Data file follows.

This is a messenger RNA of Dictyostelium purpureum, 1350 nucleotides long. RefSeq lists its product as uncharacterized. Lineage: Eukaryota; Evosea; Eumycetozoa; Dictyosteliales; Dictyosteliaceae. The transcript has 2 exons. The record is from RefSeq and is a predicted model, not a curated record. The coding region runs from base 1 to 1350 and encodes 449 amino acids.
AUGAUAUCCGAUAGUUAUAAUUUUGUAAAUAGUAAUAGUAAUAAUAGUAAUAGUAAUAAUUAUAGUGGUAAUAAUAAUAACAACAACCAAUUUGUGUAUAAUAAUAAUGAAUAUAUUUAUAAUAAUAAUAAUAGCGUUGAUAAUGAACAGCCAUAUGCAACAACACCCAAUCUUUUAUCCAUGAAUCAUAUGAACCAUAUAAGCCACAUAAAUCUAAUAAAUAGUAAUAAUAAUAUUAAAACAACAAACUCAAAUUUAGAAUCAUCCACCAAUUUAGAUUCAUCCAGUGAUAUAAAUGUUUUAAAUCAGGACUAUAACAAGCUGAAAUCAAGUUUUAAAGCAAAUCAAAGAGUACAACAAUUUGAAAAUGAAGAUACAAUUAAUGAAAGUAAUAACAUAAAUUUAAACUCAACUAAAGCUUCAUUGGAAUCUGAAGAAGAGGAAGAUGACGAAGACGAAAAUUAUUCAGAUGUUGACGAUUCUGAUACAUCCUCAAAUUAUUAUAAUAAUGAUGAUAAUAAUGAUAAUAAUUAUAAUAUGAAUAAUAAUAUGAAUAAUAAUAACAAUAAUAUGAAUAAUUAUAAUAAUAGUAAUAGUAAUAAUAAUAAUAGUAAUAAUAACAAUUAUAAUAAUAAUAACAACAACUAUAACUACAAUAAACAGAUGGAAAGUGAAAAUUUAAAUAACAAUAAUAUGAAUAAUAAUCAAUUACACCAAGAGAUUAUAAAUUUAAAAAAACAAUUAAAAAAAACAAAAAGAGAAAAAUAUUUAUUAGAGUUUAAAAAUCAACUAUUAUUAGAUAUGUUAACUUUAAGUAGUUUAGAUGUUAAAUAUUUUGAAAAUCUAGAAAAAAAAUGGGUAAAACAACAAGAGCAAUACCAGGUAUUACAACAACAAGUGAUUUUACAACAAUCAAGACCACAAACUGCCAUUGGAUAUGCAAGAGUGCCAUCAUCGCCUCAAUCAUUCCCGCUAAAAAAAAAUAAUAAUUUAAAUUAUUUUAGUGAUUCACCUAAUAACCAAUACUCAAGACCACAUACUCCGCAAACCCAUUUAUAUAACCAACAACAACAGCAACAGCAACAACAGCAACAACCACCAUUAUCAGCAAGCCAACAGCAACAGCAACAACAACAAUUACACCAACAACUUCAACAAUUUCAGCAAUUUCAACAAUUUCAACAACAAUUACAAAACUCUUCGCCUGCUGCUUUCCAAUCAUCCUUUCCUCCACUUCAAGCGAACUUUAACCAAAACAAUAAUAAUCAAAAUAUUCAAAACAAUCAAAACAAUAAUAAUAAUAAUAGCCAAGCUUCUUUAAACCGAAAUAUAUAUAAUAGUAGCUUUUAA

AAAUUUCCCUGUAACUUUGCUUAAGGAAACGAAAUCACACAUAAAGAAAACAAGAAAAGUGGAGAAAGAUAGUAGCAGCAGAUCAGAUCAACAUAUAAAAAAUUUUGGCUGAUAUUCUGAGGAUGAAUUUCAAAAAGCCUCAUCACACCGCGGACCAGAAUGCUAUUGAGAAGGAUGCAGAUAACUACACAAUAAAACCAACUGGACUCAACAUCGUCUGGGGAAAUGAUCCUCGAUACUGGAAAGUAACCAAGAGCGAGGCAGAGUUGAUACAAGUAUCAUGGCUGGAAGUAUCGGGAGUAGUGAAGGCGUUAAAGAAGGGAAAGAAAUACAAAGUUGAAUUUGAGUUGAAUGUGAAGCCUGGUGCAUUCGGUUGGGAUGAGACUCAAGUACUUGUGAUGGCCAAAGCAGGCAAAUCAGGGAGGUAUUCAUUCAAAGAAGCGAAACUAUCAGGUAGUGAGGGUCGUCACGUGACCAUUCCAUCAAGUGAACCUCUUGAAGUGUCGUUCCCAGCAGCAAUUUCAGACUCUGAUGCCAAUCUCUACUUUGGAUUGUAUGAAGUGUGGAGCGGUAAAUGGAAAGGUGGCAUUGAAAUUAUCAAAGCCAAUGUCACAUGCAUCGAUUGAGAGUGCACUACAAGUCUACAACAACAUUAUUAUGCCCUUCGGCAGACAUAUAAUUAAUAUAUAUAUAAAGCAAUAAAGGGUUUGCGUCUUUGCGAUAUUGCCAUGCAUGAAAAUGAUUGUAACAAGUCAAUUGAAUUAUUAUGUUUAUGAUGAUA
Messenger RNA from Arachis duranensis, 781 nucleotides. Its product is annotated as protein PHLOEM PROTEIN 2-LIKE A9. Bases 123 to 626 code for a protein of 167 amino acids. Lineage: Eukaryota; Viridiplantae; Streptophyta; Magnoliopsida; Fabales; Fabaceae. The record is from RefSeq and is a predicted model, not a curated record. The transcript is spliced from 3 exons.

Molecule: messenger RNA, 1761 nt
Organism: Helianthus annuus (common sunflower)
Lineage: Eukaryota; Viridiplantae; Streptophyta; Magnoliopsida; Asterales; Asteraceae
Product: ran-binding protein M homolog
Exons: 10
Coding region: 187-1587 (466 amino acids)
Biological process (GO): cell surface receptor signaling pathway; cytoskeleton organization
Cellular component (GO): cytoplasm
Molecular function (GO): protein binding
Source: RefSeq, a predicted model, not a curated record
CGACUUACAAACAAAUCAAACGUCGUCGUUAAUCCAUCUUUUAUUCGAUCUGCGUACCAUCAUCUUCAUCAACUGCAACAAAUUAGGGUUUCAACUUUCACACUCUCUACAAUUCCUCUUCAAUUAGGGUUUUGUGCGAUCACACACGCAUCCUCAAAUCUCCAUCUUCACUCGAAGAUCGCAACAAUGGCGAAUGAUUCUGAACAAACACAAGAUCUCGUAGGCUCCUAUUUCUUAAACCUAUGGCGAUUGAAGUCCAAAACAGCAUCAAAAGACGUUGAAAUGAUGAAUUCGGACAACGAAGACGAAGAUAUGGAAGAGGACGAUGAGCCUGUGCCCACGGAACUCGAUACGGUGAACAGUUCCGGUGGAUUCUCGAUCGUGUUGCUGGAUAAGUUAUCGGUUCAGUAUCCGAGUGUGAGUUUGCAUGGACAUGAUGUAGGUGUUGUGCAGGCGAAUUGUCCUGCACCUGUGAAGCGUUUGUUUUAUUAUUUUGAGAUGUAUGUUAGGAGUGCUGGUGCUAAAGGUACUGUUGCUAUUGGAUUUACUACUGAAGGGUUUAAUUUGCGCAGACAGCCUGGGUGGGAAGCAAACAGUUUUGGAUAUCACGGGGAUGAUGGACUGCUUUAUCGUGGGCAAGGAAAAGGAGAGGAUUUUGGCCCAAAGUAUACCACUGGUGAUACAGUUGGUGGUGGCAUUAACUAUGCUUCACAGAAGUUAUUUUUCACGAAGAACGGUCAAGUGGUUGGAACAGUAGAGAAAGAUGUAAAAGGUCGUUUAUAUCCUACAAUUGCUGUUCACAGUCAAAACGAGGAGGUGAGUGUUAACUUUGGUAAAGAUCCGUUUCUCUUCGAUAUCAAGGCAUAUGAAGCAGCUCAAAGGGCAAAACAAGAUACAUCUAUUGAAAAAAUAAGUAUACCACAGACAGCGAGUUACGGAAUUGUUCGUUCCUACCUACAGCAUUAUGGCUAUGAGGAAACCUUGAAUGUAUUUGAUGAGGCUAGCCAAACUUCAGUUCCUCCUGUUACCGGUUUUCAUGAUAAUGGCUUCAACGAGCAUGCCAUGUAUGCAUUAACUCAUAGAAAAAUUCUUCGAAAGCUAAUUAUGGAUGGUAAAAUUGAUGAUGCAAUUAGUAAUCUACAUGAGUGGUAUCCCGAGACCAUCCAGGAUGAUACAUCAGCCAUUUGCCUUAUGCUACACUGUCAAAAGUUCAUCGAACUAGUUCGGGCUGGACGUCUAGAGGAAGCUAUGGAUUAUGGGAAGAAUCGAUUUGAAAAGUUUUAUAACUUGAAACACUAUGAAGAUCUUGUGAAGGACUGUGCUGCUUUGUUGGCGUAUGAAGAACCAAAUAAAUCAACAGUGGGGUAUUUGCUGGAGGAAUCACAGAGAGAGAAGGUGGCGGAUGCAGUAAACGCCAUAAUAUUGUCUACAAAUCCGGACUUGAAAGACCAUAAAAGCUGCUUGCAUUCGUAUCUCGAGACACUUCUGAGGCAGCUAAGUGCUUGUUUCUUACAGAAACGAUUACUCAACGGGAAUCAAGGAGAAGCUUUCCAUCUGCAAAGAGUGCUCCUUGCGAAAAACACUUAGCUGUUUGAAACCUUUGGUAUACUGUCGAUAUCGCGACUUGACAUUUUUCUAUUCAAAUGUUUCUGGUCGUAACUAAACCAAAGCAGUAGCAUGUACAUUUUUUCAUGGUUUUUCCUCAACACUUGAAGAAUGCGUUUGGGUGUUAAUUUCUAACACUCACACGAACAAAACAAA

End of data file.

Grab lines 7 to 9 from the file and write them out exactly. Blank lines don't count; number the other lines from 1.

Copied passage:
Lineage: Eukaryota; Viridiplantae; Streptophyta; Magnoliopsida; Asterales; Asteraceae
Product: ran-binding protein M homolog
Exons: 10